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Metabolism. 1990 Dec;39(12):1314-9.

Nutritional and metabolic effects of gonadotropin-releasing hormone agonist treatment for prostate cancer.

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  • 1Department of Medicine, Harbor-UCLA Medical Center, Torrance 90502.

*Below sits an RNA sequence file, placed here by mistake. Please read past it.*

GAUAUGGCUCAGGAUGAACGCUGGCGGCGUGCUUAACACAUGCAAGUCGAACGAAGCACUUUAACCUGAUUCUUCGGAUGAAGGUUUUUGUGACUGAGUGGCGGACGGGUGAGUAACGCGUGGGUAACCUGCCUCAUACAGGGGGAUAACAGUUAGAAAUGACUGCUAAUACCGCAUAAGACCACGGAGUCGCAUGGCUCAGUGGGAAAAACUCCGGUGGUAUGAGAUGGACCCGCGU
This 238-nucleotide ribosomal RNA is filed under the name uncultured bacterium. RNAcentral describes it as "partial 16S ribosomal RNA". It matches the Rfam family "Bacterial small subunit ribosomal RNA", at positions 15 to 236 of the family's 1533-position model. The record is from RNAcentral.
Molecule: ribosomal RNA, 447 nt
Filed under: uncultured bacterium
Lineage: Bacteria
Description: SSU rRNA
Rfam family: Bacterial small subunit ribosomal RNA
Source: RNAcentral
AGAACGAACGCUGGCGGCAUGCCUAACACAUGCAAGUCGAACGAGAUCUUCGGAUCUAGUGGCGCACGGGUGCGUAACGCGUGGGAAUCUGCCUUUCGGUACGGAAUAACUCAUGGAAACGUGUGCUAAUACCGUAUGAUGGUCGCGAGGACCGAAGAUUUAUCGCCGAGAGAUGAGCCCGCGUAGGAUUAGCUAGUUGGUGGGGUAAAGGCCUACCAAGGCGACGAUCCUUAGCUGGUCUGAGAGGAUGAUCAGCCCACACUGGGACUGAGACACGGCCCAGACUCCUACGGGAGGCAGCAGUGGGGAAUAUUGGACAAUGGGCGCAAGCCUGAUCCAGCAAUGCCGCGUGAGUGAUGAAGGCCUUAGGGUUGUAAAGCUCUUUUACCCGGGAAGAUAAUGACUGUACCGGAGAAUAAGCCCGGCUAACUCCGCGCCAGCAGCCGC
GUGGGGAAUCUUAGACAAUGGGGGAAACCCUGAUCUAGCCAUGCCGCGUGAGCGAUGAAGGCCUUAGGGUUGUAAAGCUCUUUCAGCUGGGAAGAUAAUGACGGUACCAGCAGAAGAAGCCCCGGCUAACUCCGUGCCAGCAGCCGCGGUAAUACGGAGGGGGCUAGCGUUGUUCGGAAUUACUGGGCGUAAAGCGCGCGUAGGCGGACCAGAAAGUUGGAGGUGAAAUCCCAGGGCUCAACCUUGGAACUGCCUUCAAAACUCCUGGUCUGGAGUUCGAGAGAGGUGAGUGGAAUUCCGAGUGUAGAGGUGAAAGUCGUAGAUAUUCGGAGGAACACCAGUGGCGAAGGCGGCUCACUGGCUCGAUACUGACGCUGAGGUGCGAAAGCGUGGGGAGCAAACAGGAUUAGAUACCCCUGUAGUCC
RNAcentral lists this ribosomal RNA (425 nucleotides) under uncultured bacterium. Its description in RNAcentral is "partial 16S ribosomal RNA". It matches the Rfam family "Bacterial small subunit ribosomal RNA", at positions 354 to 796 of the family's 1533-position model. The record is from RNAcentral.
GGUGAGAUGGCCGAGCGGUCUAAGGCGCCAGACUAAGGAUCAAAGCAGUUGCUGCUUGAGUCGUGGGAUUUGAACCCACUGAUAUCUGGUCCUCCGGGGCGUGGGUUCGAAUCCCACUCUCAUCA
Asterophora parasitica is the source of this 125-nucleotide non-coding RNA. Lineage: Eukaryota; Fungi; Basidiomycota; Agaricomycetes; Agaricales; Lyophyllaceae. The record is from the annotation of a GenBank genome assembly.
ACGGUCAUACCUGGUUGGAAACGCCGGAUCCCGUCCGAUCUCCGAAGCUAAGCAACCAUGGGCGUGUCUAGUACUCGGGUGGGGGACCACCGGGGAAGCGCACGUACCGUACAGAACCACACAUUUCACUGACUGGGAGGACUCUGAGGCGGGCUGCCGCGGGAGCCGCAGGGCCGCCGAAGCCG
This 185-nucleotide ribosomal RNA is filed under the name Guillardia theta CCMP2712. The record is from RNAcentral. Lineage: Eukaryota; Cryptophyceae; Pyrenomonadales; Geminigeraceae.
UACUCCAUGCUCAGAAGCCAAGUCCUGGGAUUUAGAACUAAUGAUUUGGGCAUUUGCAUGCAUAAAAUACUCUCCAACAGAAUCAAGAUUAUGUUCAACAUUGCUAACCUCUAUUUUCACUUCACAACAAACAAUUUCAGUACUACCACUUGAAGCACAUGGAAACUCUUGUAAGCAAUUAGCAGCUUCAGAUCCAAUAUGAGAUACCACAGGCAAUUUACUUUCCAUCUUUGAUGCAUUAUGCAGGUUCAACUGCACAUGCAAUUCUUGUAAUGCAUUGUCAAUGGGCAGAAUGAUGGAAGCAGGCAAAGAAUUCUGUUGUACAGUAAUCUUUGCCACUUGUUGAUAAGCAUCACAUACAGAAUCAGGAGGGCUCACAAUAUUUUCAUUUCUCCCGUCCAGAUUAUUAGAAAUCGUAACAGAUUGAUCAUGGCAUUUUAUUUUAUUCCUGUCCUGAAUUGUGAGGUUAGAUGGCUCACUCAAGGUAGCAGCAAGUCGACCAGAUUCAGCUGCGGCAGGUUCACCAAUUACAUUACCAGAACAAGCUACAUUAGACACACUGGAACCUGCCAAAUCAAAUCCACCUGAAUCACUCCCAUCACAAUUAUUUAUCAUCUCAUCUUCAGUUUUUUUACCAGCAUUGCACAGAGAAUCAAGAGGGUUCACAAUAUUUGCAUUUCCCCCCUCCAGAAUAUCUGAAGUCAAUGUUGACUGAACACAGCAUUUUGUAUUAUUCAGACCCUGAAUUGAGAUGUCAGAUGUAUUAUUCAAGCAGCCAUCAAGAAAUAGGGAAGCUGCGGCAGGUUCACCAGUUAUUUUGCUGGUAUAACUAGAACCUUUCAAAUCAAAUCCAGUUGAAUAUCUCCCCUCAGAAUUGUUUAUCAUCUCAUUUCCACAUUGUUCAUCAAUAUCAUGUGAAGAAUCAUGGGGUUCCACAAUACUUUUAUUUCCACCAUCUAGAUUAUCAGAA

Cancer commonly leads to weight loss associated with increased glucose production and protein breakdown. Medical or surgical castration results in decreased muscle mass, increased fat mass, and weight gain. The aim of this study was to evaluate the changes in body composition, protein metabolism, hepatic glucose production, (HGP), and basal energy expenditure in 10 men with advanced stage C and D prostate cancer receiving a gonadotropin-releasing hormone (GnRH) agonist (Buserelin). Metabolic parameters and nutritional status were determined at 0, 2, 6, and 12 months of therapy. Baseline measurements of plasma leucine appearance (76.2 +/- 5.4 microM/kg/h) and HGP rates (80.1 +/- 2.9 mg/m2/min) were greater than previously reported for normal volunteers. GnRH agonist therapy in prostate cancer patients was associated with a significant reduction in serum testosterone, dihydrotestosterone (DHT), luteinizing hormone (LH), and cortisol, and significant increases in triiodothyronine (T3) and free triiodothyronine (free T3). Neither basal energy expenditure nor plasma leucine appearance rates were changed over time, but there were significant linear reductions in HGP rates (80.1 +/- 2.9 mg/m2/min, mean +/- SEM; 79.9 +/- 2.3, 73.7 +/- 3.4, 72.5 +/- 2.3; P less than .01; baseline, 2, 6, and 12 months, respectively, by repeated measures ANOVA). In all patients, significant increases in body weight, triceps skin fold, cholesterol, and fat mass were noted. Total body water content was not significantly increased after the 12-month period; therefore, the weight gain seen in these patients was water-free tissue, ie, fat mass.

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